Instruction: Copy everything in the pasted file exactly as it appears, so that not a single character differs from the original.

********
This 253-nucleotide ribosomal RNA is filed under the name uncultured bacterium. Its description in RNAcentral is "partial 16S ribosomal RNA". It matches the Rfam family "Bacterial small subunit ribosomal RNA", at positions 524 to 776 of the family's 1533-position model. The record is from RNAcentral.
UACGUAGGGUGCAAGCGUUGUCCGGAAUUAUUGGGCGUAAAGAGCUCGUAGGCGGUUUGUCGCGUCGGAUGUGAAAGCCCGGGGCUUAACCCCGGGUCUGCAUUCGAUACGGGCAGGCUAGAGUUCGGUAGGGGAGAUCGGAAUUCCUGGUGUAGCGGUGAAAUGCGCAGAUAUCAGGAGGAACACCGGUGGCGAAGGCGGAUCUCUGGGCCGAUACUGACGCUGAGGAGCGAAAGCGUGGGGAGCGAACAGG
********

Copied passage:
This 253-nucleotide ribosomal RNA is filed under the name uncultured bacterium. Its description in RNAcentral is "partial 16S ribosomal RNA". It matches the Rfam family "Bacterial small subunit ribosomal RNA", at positions 524 to 776 of the family's 1533-position model. The record is from RNAcentral.
UACGUAGGGUGCAAGCGUUGUCCGGAAUUAUUGGGCGUAAAGAGCUCGUAGGCGGUUUGUCGCGUCGGAUGUGAAAGCCCGGGGCUUAACCCCGGGUCUGCAUUCGAUACGGGCAGGCUAGAGUUCGGUAGGGGAGAUCGGAAUUCCUGGUGUAGCGGUGAAAUGCGCAGAUAUCAGGAGGAACACCGGUGGCGAAGGCGGAUCUCUGGGCCGAUACUGACGCUGAGGAGCGAAAGCGUGGGGAGCGAACAGG